I (finally) downloaded the album last night (along with a bunch of M. Ward, having heard him in a coffee shop on Haight St. and remembering how much I liked him) and surprise, surprise!  - beautiful clear production featuring a beautiful and clear voice. And the music is far from stereotypical, ranging from rock to pop and soul to i don't know what else...

Gonna have to get it a good listen today.

Glad to be proven wrong for once....

ThisSmallPlanet Playlist Spring 2011 (Java Beach)

Cage The Elephant "Thank You Happy Birthday"
Richard Ashcroft "United Nations of Sound"
The Vaccines "What Did You Expect from The Vaccines"
The Meat Puppets (single) "Damn Thing"
Queens of The Stone Age (1998, reissued 2011 w/3 bonus tracks) "Queens of The Stone Age"
Brother "iTunes Live: SXSW"
Iron & Wine "Kiss Each Other Clean"
M. Ward (1997) "Demo Tape"
Das Racist (2009 single) "Combination Pizza Hut and Taco Bell" (Wallpaper Remix)
Kanye West (single) "Monster"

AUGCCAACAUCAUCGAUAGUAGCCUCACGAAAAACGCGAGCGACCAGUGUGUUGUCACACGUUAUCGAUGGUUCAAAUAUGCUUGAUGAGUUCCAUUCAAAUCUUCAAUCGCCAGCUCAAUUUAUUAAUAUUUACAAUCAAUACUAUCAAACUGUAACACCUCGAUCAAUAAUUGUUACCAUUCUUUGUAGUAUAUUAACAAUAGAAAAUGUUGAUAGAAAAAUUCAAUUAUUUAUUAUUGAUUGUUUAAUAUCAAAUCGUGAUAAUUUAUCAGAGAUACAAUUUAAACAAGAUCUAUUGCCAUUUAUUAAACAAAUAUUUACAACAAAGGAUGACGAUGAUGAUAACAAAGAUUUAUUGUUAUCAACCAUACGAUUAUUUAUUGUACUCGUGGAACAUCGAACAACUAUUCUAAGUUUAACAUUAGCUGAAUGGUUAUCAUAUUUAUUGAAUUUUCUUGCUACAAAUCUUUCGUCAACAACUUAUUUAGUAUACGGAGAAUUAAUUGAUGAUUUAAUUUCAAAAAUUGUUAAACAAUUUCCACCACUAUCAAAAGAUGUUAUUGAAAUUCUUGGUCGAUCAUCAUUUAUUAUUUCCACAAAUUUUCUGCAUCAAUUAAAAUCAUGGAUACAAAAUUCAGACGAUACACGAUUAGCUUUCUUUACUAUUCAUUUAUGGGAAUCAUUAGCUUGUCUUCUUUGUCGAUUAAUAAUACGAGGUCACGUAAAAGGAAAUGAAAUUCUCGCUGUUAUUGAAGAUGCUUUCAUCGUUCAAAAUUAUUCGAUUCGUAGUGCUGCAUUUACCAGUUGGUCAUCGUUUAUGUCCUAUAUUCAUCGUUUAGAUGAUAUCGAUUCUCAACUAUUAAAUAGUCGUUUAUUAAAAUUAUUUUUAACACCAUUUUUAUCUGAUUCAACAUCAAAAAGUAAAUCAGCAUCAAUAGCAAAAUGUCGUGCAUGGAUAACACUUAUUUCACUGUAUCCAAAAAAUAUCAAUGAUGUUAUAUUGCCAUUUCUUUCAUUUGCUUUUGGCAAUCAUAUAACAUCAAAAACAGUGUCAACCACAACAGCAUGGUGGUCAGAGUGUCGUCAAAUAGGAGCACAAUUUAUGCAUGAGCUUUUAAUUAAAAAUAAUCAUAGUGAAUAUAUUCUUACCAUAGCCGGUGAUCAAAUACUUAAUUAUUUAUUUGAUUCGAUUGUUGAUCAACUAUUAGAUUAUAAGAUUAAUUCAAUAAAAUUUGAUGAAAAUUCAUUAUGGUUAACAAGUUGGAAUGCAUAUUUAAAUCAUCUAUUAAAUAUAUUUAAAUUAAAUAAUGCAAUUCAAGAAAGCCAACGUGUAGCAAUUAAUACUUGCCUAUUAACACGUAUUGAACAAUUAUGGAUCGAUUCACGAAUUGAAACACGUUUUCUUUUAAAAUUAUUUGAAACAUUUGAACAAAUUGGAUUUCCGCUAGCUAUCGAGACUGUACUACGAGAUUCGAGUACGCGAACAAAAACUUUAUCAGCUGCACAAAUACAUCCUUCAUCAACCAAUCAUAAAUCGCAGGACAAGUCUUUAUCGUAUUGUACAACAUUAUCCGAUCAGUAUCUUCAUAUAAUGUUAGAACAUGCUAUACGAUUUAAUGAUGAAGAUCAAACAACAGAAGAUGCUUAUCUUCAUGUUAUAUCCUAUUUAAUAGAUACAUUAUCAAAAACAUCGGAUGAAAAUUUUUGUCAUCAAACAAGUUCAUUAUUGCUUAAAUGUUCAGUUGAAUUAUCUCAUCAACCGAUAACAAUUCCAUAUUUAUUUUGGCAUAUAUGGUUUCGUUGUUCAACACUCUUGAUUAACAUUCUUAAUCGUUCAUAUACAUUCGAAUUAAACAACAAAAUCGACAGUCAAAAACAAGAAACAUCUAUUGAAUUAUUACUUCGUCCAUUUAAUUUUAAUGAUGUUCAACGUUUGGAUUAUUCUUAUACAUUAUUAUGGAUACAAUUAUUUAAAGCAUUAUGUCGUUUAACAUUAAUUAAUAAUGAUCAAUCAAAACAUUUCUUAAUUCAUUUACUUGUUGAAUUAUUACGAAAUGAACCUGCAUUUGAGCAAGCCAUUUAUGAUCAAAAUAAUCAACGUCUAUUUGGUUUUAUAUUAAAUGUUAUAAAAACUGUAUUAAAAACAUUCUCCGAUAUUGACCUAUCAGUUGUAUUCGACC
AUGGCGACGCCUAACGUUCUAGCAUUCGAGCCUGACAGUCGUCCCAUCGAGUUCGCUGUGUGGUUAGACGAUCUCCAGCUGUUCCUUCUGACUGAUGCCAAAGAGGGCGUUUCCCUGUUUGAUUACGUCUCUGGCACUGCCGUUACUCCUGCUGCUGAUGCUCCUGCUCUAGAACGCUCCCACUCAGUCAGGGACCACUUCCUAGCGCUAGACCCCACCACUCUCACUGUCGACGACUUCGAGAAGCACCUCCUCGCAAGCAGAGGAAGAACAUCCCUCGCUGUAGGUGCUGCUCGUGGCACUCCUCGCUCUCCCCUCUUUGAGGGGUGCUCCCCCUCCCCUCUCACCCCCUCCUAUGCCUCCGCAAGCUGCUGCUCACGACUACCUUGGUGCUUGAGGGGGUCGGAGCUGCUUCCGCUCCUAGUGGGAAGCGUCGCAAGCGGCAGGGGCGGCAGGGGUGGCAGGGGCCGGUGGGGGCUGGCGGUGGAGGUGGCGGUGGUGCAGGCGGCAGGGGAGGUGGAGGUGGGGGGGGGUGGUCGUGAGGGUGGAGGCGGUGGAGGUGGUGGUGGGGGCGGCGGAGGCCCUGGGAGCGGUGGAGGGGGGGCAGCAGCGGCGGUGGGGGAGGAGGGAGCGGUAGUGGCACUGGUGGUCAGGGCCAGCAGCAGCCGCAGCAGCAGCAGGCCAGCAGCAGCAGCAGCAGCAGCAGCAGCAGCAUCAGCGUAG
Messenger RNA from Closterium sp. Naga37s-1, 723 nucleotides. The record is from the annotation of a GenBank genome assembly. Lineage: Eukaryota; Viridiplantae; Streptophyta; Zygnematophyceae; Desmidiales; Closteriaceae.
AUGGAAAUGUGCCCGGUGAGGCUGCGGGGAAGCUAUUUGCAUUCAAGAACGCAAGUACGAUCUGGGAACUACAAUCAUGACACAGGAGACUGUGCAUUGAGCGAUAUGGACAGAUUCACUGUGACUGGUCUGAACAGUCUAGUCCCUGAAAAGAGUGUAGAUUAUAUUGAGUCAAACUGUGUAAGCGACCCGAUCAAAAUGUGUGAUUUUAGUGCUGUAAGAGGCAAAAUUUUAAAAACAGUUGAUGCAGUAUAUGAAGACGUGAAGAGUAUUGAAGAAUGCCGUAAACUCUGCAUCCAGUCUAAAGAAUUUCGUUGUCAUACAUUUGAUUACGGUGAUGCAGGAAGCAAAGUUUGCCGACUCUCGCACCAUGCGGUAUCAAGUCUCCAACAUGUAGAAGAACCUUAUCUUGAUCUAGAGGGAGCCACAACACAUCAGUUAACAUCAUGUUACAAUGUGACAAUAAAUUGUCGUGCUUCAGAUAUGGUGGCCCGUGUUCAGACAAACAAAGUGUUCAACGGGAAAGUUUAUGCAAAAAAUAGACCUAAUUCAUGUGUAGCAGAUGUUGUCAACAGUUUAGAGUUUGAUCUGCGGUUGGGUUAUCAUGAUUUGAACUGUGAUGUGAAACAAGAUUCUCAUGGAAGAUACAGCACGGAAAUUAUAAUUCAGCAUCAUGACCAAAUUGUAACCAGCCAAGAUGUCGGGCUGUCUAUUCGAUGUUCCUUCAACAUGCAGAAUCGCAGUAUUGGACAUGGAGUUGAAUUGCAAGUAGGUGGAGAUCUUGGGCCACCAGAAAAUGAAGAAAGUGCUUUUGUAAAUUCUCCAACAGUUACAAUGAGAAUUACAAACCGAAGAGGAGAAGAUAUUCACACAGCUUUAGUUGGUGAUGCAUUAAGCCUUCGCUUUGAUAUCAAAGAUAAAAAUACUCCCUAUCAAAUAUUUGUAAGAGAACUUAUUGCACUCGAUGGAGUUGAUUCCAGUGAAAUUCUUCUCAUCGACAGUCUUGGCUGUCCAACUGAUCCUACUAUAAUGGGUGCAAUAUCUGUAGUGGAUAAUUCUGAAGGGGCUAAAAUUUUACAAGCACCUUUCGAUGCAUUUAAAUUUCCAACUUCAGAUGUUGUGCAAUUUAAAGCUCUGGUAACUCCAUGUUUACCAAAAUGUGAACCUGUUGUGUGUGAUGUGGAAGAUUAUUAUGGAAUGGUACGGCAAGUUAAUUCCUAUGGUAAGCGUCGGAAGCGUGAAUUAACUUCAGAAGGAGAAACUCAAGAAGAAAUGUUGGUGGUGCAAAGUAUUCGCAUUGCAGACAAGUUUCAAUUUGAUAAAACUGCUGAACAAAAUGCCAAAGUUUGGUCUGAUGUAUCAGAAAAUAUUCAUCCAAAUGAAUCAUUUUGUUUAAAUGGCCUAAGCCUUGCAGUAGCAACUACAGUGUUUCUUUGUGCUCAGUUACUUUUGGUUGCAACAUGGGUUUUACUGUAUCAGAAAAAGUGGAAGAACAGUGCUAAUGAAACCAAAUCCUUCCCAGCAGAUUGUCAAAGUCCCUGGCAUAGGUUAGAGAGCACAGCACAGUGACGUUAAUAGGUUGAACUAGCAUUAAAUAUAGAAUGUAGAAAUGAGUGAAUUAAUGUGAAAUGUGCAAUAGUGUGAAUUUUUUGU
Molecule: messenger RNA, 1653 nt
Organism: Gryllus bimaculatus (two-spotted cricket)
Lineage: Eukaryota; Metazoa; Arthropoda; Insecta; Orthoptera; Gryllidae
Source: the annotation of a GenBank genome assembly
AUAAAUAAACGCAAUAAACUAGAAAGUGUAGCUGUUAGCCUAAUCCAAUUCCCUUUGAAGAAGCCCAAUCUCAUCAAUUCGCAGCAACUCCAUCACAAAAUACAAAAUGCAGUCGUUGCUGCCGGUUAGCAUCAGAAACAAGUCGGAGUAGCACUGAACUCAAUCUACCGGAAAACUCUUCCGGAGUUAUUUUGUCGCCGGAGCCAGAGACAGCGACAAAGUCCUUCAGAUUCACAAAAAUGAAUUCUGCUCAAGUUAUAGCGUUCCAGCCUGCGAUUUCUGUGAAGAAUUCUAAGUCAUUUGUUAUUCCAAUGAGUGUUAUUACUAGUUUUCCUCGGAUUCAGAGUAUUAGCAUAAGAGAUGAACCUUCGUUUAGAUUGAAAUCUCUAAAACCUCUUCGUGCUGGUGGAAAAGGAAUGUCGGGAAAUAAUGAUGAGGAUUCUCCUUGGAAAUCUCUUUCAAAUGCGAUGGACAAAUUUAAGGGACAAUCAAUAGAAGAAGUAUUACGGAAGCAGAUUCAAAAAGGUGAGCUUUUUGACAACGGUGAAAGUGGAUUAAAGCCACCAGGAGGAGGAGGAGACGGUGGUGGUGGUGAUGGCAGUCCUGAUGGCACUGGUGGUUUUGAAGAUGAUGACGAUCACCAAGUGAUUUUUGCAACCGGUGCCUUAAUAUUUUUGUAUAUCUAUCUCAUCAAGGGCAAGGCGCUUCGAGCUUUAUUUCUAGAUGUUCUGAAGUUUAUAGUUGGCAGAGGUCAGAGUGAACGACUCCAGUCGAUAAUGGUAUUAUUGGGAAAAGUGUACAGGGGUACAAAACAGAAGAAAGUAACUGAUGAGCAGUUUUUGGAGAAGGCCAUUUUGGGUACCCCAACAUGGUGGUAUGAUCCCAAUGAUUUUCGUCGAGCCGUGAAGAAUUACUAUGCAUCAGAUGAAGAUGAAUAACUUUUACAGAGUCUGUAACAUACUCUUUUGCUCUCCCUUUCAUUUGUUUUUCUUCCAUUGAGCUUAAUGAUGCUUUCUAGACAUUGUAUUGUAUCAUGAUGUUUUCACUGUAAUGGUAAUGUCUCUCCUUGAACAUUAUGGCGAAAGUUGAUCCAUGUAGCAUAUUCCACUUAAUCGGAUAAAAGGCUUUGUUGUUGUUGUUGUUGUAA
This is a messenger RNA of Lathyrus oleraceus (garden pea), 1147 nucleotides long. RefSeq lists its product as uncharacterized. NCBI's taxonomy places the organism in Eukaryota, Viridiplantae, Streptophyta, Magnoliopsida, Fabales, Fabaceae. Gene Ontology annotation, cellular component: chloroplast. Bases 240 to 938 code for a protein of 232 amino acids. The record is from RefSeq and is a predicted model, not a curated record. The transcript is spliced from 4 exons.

The Strokes "Angles"
Alex Turner "Submarine" (soundtrack)
The Dodos "No Color"
Bright Eyes "The People's Key" & (single) "Coyote Song"
The Chapman Family "Burn This Town" & (single) "All That's Left to Break"
Miles Kane (singles) "Inhaler", "King Crawler", "Rearrange"
Wavves "The Compilation"

all are 2011 albums/singles unless otherwise noted

Sunday, March 27, 2011

Check Out Our YouTube Channel!

Our YouTube Channel features our original videos of recent live performances by:

Wavves, Smith Westerns, Odd Future, Gang of Four, Smashing Pumpkins, Black Keys, My Chemical Romance, Fistful of Mercy (feat. Ben Harper, Dhani "Son of George" Harrison, Joe Arthur), M.I.A., Jack White (Dead Weather), Sleigh Bells, Arctic Monkeys, Titus Andronicus, Jay Reatard (R.I.P.), Tom Morello (Street Sweeper Social Club), Them Crooked Vultures (Dave Grohl, John Paul Jones, Josh Homme), The Pixies, Weezer, and The Pogues (think Shane was drunk in this one....)

Saturday, March 26, 2011

Confessions of an Anglophile

Yes, I think I'm ready to come out of the closet as an Anglophile. "What the fuck does that mean?", you may ask....

Well, my favorite bands are Arctic Monkeys and The Libertines.